In fact, as Clemson University researchers Darren Linvill and Patrick Warren point out, a lot of the disinformation produced by the Russians is just spin, and they have taken their tactics from modern public relations and advertising — as Linvill and Warren put it, they're less like Boris and Natasha than like Don Draper.

An ad man like Don Draper would have recognized the classic marketing tactic that led the Russians to fabricate the rumors of Ukraine's interference in the 2016 election. You undermine a competitor's product by creating a counternarrative to sow fear, uncertainty or doubt — what marketers call the FUD factor.

But Draper would have marveled at how porous our online discourse was — how easy it was to inject an implausible rumor into its bloodstream. And he would have been astonished at how quickly the rumor would find receptive hosts in public life. Stalin, maybe not so much.

Tech companies are trying to purge the brigades of foreign trolls and bots, but experts say that's an endless game of whack-a-mole. And they predict that by 2020 the majority of false content will generated by Americans imitating the Russians' tactics, often with the help of PR companies who specialize in such campaigns. And the tech companies balk at removing domestic content just because it's false, pleading free expression.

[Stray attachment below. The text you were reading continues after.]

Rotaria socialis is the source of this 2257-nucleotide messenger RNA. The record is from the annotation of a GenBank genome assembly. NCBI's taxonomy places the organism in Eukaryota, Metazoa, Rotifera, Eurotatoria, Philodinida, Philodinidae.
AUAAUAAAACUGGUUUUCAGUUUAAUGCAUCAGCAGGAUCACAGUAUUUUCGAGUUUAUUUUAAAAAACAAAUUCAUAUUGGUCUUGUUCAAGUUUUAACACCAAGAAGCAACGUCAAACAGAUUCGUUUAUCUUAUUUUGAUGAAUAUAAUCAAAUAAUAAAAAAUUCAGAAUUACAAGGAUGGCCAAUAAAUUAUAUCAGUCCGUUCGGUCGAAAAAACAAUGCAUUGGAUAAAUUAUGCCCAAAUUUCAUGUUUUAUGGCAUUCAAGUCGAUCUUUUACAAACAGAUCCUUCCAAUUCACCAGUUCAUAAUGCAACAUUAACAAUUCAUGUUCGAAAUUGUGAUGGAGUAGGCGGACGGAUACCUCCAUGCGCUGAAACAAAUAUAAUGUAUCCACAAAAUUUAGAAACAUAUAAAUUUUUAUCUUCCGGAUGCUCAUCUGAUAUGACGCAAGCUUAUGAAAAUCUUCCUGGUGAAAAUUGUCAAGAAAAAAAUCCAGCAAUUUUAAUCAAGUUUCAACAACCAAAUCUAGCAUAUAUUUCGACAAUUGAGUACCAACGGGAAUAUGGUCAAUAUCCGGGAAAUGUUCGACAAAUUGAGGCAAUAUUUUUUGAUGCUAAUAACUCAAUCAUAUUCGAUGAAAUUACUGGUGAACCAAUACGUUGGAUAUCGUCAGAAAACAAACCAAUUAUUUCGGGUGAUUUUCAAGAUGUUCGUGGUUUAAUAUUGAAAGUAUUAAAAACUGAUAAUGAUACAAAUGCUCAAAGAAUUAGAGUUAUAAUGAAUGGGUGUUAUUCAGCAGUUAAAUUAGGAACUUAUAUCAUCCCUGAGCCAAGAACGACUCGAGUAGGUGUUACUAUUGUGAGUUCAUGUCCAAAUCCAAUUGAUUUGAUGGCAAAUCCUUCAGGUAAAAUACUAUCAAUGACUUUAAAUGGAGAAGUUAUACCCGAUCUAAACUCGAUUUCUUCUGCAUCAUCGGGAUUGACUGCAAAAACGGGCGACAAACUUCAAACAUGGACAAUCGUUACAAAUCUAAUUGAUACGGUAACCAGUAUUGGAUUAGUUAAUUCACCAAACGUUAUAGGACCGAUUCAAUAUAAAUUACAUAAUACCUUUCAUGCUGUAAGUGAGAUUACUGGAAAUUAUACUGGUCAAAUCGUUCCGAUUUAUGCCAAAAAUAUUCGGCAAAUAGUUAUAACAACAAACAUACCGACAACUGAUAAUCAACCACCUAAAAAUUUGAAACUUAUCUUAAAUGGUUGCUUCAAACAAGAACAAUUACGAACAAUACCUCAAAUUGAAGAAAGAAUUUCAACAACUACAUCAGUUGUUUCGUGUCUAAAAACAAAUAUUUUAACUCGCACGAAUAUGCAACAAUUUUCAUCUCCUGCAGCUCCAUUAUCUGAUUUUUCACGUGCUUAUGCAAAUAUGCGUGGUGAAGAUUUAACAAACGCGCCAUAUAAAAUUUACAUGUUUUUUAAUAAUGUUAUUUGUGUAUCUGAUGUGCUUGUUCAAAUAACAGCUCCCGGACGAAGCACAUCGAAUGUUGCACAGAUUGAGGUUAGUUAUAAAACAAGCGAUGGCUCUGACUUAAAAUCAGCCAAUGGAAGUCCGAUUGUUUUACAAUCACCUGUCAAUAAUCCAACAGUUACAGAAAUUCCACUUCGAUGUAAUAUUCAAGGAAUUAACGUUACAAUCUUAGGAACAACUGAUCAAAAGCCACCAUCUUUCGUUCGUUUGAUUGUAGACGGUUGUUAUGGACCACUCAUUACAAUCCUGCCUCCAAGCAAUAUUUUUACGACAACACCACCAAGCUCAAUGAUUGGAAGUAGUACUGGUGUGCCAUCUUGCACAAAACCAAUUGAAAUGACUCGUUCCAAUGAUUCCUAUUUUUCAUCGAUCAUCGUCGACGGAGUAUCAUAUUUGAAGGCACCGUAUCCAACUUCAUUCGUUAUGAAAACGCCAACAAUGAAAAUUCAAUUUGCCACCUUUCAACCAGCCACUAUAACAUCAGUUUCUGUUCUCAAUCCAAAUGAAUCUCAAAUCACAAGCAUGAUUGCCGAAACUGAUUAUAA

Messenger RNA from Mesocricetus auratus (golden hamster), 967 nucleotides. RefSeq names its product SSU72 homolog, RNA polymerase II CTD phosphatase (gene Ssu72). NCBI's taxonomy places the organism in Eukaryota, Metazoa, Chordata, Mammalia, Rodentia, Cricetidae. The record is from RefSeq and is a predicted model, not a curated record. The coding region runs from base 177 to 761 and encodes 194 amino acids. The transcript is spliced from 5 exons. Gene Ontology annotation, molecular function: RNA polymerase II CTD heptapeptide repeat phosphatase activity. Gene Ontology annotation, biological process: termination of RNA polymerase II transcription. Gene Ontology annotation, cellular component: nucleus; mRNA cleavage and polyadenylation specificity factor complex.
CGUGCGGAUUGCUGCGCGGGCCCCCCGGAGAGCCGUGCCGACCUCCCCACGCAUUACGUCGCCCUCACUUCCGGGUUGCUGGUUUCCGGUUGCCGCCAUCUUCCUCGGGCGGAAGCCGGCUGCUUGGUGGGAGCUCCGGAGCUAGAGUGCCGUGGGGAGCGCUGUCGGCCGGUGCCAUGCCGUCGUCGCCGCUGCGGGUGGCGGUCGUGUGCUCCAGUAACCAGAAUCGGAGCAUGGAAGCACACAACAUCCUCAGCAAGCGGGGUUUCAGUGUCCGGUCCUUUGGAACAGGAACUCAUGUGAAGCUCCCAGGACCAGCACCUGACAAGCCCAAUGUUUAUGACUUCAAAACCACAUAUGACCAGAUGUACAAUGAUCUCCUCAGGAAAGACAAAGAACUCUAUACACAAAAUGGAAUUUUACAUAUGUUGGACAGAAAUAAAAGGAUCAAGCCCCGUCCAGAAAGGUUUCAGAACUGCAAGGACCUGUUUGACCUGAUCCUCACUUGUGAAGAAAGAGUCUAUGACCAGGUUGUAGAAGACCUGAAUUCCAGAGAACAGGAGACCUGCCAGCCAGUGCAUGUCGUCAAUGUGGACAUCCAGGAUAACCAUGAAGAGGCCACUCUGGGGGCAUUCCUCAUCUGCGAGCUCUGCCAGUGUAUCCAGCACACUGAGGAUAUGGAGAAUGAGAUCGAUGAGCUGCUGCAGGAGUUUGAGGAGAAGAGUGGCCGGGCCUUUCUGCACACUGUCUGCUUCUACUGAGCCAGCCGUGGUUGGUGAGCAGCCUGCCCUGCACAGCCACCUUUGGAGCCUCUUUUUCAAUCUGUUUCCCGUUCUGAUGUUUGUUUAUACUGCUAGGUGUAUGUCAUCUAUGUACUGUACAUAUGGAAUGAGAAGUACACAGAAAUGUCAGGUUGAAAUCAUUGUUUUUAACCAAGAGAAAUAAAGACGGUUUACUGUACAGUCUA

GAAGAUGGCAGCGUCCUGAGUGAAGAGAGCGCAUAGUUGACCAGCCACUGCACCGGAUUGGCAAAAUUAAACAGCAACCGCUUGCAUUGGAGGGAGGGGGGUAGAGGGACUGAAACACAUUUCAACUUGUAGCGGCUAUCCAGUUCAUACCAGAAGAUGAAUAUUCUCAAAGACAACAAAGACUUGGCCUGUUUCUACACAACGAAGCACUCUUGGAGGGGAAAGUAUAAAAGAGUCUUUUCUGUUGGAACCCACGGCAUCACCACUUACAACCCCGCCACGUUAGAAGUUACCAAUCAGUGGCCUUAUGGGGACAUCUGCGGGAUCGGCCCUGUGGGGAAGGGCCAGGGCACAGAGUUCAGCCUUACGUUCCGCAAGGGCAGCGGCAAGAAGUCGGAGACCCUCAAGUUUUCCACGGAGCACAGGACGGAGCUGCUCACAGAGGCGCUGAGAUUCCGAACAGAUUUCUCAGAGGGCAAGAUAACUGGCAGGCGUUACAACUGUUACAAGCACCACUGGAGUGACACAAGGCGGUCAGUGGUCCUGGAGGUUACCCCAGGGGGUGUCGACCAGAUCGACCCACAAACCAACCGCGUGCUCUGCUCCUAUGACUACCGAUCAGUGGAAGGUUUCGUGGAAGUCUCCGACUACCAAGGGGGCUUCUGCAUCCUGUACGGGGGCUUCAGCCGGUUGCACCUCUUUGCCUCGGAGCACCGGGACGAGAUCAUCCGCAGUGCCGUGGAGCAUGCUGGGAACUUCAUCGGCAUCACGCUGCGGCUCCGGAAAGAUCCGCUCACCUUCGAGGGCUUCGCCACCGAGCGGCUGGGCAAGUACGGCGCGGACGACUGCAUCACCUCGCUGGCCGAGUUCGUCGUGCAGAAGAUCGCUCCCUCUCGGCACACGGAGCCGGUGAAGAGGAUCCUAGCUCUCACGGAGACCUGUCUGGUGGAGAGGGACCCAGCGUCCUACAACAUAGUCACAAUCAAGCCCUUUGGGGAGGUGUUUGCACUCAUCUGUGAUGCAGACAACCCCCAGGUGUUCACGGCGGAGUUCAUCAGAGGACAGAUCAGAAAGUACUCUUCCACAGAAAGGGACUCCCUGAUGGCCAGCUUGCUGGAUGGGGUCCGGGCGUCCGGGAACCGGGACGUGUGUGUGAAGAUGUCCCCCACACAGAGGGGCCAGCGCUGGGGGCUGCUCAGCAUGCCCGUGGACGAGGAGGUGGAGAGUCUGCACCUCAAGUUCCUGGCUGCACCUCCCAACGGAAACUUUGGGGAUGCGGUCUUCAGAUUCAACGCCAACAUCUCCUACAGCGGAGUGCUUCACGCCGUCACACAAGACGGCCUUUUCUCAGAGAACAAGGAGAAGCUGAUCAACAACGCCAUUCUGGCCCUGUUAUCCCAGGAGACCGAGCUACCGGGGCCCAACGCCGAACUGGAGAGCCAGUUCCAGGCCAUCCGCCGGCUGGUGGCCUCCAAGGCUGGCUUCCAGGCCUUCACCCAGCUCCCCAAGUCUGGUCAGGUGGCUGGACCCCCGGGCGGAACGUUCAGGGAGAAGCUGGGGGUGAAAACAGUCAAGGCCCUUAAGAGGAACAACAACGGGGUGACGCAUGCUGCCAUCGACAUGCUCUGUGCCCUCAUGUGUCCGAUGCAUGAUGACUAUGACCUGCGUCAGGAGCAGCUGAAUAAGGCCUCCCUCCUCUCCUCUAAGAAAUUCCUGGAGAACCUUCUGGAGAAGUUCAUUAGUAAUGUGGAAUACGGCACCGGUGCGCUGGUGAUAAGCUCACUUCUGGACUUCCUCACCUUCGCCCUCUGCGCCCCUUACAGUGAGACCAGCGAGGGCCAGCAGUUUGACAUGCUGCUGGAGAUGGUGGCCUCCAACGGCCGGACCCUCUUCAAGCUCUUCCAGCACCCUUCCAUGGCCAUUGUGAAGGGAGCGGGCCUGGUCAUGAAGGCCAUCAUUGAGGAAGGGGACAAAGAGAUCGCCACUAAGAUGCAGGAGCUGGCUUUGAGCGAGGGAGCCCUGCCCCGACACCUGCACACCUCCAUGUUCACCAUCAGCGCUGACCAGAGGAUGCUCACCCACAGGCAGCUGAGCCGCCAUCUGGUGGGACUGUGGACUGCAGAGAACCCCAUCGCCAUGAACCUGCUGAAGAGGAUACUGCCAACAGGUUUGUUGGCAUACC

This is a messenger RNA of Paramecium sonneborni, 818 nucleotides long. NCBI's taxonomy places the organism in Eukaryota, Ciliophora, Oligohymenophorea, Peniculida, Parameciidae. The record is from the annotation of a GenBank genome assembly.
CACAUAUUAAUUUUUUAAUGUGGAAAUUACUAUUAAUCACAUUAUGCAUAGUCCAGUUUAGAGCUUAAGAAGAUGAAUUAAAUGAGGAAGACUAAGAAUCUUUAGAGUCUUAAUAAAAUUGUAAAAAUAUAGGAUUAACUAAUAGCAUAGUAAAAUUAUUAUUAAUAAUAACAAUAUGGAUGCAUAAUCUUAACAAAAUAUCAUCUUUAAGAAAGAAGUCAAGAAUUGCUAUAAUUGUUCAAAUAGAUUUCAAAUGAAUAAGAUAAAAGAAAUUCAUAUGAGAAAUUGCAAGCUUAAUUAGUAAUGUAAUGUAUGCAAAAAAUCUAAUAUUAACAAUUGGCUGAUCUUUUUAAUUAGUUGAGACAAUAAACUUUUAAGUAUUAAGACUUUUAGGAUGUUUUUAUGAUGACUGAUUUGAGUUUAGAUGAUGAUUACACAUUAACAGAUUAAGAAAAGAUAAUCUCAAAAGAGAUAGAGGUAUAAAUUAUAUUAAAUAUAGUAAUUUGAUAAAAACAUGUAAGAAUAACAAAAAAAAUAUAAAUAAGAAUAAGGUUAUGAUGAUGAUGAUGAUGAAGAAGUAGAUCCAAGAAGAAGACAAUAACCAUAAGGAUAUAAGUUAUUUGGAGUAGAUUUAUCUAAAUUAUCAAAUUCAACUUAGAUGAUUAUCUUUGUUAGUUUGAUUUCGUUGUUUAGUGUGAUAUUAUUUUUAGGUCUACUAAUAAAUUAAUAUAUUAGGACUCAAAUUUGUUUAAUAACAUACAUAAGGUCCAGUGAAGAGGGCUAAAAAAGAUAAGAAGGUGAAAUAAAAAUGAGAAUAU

Call it disinformation, or call it computational propaganda or cyber-enabled information warfare, as some have done: The struggle against it is our new forever war, and our vocabulary is having to adapt to it.

Copyright 2021 Fresh Air. To see more, visit Fresh Air.

Geoff Nunberg is the linguist contributor on NPR's Fresh Air with Terry Gross.